I fully understand that the festival was not booked for us. But this year, for a while there, I had a hard time imagining otherwise.
I still don’t like music festivals. They’re still large, loud, gross, and crowded, and this year’s was no different.
But the benefit of having 80+ bands descend upon Chicago is not wasted on the smaller clubs. These are Riot Fest’s after shows, which provide non-festival access in a venue more fitting of a late 90s Lookout! Records roster member. These are the shows that feel impossible after 12 hours in Douglas Park — most of them didn’t even start until 11PM — but also serve as a cold chaser to the long flat beer of the actual festival.
It was here that we felt at home. It was at Cobra Lounge, where Lucero performed for just 200 of us, building upon their Riot Fest set with a long and rambling walk through what felt like their entire discography. It was at The Metro, where a beaming Laura Jane Grace ran through Against Me!’s second full-length, looking surprised and grateful for the love of an intimate crowd.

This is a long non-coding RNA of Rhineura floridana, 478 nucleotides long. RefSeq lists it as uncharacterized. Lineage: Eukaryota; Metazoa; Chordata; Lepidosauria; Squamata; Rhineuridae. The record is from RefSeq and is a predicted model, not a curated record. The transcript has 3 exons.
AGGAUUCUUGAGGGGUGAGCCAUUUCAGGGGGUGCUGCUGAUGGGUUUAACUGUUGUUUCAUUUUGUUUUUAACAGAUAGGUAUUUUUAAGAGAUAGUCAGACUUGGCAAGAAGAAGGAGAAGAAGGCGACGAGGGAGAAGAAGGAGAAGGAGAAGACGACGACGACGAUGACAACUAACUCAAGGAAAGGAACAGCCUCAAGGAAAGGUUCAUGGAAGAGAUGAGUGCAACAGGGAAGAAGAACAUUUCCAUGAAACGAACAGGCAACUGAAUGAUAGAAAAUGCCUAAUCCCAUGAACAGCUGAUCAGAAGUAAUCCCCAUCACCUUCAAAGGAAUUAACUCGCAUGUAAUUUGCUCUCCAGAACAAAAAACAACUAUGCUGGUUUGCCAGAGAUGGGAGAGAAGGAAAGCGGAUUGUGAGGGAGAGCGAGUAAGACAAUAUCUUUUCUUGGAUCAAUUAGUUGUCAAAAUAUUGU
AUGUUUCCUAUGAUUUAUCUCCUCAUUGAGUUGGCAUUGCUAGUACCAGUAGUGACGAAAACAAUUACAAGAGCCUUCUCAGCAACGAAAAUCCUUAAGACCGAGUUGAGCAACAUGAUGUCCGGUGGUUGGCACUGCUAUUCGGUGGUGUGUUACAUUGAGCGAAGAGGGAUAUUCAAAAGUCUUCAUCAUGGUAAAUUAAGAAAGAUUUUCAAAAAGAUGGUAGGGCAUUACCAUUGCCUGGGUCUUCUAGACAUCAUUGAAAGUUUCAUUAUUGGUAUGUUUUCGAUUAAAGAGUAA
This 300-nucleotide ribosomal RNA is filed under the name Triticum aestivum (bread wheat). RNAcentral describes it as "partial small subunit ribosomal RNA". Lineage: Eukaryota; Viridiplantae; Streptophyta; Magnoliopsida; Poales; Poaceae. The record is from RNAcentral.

It was at Bottom Lounge, where we were brought back to 1996. Where, after three days of windy stages and packed crowds, after the exhaustion of seeing full set after full set of nostalgia and energy, after standing in a misty rain surrounded by smelly dudes waiting to see a very brown Ween show, we remembered the grooves we’d dug out two decades before.
We watched Avail, the last night of their reunion tour, just as we’d watched them so many times before. For a few moments, as I stood in the back, screaming my throat raw to a full set of songs I still recognize, I saw myself back at the Pomp Room as if nothing had changed.
And in that moment — and in those moments in smaller clubs the nights before — I also recognized what drew me to this scene in the first place: a closeness, an energy, and an acceptance. Even for me, the guy in the back who didn’t really know what to do with himself. Arms crossed. Tapping his toe. Taking it all in one more time.